Tuesday, March 24, 2015Tweet
[IWS] Dublin Foundation: SPOTLIGHT ON—(articles providing data, explanations and trends on policy issues by theme)
IWS Documented News Service
Institute for Workplace Studies-----------------Professor Samuel B. Bacharach
School of Industrial & Labor Relations-------- Director, Institute for Workplace Studies
16 East 34th Street, 4th floor--------------------Stuart Basefsky
New York, NY 10016 -------------------------------Director, IWS News Bureau
NOTE: Funding for this service ends on 31 March 2015. Postings will end on this date as well.
European Foundation for the Improvement of Living and Working Conditions (Dublin Foundation)
SPOTLIGHT ON—(articles providing data, explanations and trends on policy issues by theme)
· Employment - Jobs in Europe ßClick Here
With millions unemployed, the poor state of the labour market is having a very serious impact on living and working conditions in Europe. Policies to address the jobs crisis by creating new jobs and safeguarding existing ones are a very high priority for the EU and for national governments. Employment – Jobs in Europe addresses employment policy - the changing nature of work in Europe, job creation, restructuring in organisations and labour market trends. Read the overview article.
· Youth in Europe ßClick Here
Young people have been hit particularly hard by the crisis. Across Europe millions of them are effectively disengaged – not in employment, education or training. As well as the severe impact on these young people and their families, there is an enormous social and economic cost to this disengagement. Youth in Europe covers economic and social issues affecting young people – education and training, unemployment, social inclusion, labour market integration, health problems, quality of life, mobility and migration. Read the overview article.
· Quality of life, citizens and public services ßClick Here
Many Europeans have experienced a worsening of their standard of living in recent years. How have housing, education, health and care services been affected in terms of access, affordability and quality? How can public services be reformed to deal with new needs and reduced budgets? Quality of life, citizens and public services deals with the challenge of improving life quality and services for Europe's citizens – standards of living, public service quality and accessibility and social cohesion in the face of economic and social disparities. Read the overview article.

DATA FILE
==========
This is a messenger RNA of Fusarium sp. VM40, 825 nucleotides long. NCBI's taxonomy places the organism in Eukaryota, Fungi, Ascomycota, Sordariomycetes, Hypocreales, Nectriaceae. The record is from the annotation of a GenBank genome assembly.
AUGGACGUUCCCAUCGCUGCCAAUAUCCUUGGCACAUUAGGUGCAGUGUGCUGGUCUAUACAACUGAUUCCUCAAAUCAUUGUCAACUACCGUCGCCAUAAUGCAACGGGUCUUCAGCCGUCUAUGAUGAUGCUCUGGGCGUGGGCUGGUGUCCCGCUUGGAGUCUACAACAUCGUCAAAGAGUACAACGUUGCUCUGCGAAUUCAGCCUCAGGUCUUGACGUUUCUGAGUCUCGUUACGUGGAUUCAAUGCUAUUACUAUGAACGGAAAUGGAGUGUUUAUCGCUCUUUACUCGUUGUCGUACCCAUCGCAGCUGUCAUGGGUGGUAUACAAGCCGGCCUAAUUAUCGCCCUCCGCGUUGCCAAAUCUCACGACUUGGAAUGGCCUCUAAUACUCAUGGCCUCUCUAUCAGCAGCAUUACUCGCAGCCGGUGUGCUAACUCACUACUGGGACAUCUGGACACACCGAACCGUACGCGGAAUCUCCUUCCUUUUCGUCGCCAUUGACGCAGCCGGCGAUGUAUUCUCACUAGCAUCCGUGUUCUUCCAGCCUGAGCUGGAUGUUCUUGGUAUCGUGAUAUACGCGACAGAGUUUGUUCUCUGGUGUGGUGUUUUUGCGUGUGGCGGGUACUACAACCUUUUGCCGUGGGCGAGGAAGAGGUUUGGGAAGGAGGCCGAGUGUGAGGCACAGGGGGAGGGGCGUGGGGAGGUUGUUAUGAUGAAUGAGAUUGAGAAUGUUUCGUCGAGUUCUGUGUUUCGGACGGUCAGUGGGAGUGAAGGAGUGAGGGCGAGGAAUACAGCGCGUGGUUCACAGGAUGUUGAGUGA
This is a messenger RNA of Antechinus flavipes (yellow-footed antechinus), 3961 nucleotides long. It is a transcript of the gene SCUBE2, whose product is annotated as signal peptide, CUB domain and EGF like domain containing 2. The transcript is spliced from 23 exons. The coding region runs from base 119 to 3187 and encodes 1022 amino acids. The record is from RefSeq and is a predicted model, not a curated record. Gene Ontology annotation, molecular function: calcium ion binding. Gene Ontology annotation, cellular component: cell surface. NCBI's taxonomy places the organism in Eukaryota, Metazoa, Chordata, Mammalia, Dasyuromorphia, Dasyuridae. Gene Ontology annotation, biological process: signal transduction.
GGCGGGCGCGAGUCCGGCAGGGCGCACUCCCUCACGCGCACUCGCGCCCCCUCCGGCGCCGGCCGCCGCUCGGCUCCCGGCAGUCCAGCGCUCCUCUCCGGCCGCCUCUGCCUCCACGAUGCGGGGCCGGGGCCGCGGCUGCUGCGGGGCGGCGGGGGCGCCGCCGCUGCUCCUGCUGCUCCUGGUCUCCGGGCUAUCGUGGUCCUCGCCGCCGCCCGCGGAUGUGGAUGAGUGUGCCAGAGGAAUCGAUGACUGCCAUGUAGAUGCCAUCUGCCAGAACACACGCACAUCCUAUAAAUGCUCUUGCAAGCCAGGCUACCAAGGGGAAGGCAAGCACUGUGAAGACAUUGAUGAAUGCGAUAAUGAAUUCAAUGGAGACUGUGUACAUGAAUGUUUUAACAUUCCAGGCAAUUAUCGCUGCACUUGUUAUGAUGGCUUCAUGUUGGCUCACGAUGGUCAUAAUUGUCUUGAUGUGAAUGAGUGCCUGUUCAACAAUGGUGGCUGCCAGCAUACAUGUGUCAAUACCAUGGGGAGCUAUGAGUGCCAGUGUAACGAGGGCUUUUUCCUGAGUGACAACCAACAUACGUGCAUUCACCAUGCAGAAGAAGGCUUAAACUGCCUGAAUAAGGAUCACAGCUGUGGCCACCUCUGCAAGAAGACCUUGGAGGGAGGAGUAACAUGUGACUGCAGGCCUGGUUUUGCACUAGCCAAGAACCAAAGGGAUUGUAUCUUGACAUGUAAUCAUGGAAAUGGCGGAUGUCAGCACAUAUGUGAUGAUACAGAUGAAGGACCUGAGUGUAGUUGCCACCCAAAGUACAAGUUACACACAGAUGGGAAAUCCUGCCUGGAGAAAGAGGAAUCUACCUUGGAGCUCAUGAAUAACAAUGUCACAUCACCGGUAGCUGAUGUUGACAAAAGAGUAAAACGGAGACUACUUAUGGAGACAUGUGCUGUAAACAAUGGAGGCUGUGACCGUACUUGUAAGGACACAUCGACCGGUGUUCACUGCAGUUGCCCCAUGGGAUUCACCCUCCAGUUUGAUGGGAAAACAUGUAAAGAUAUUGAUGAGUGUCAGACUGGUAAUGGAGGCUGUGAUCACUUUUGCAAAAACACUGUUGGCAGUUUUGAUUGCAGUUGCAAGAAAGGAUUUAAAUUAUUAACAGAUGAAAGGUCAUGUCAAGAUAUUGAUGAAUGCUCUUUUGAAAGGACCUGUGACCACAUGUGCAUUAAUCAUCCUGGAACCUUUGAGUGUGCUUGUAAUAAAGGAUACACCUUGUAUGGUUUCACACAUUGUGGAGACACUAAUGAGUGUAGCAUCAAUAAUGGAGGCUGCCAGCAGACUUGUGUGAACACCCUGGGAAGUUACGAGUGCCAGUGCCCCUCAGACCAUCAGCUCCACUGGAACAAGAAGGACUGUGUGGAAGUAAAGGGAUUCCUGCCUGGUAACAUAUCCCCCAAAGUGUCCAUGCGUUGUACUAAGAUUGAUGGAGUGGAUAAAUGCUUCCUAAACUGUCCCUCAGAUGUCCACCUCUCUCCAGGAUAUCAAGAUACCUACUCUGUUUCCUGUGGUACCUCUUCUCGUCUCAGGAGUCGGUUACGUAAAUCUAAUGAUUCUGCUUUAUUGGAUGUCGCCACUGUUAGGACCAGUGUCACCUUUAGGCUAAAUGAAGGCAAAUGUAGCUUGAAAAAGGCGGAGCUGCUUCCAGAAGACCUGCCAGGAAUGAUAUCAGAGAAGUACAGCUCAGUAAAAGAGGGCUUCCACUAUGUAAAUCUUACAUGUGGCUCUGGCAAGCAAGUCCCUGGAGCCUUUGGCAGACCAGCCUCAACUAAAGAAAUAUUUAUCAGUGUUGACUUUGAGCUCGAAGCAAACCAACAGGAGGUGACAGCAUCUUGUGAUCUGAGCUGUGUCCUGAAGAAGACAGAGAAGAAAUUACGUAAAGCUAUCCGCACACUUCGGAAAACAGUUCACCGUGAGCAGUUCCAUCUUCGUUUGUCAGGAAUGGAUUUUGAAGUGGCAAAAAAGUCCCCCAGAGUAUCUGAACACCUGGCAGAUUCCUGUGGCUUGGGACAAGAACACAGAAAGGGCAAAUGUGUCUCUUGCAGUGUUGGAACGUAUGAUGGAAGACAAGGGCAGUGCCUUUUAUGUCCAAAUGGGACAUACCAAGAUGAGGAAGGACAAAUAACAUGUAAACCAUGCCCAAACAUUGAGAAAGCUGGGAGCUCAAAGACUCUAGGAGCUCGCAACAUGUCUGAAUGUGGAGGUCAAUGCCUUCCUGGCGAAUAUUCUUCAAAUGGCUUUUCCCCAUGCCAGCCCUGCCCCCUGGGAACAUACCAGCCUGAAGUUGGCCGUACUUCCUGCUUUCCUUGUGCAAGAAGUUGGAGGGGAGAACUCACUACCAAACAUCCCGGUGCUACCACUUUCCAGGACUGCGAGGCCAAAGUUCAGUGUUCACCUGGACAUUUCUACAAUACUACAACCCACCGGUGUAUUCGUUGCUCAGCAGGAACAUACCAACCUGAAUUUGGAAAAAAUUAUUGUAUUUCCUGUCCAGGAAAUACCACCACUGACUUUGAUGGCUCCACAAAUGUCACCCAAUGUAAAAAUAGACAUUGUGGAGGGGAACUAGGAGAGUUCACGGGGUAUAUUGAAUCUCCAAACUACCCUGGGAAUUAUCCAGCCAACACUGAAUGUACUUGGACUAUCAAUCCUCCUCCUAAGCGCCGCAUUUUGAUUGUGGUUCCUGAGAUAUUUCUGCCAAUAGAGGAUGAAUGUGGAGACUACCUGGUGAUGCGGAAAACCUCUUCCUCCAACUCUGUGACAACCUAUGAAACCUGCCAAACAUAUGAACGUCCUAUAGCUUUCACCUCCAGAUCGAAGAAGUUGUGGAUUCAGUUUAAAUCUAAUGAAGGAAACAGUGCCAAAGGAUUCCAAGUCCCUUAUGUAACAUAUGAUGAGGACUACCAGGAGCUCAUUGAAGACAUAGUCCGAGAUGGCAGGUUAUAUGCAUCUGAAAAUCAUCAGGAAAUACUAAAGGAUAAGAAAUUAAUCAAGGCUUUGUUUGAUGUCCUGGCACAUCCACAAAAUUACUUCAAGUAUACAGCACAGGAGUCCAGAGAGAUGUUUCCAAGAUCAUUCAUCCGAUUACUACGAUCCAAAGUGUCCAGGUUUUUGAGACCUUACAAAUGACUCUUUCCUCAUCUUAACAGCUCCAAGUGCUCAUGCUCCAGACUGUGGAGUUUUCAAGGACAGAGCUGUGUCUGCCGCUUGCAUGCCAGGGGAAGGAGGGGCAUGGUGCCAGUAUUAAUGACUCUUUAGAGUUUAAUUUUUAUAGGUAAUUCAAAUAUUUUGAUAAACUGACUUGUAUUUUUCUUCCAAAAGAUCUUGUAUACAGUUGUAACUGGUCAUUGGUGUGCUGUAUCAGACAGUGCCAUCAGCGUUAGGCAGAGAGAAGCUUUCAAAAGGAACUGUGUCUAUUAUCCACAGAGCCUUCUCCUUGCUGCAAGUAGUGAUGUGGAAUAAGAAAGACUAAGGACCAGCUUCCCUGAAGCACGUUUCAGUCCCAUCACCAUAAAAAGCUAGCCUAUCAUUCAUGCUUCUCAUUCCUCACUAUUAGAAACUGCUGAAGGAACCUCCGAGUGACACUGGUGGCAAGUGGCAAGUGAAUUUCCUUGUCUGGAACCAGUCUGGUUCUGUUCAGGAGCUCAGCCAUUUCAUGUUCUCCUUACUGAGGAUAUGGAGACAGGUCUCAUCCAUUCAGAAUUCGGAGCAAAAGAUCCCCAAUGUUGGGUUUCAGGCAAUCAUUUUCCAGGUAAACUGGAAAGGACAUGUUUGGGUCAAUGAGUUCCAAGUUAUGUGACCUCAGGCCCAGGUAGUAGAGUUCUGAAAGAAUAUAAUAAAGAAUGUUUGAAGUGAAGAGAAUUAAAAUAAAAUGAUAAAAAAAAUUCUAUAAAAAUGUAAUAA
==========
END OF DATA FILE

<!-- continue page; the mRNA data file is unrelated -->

· Older people – Work, care and inclusion ßClick Here
Europe is ageing. Older people make up an increasing share of the EU population and by 2060 it is predicted that those aged over 65 will be 30% of the population, sharply up on current levels. This demographic ageing has significant implications for society and work, including the need to provide services for an ageing population and pressure for some people to work to an older age. Older people considers the range of issues relating to the ageing population and how they are being addressed. Read the overview article.
· Sustainable work – The future of working life in Europe ßClick Here
To ensure that social support systems remain viable as Europe's population ages, it is critical that more people work and that workers stay in work for longer over their lifetimes. These twin goals will be achieved only if workers are healthy, qualified and motivated to stay in work for longer and if the wider societal supports are in place to enable people to access work.Sustainable work covers the many areas of enquiry pertinent to ensuring that people are able and available to work; quality of work is a central theme, as are policies supporting work and employment. Read the overview article.
This information is provided to subscribers, friends, faculty, students and alumni of the School of Industrial & Labor Relations (ILR). It is a service of the Institute for Workplace Studies (IWS) in New York City. Stuart Basefsky is responsible for the selection of the contents which is intended to keep researchers, companies, workers, and governments aware of the latest information related to ILR disciplines as it becomes available for the purposes of research, understanding and debate. The content does not reflect the opinions or positions of Cornell University, the School of Industrial & Labor Relations, or that of Mr. Basefsky and should not be construed as such. The service is unique in that it provides the original source documentation, via links, behind the news and research of the day. Use of the information provided is unrestricted. However, it is requested that users acknowledge that the information was found via the IWS Documented News Service.
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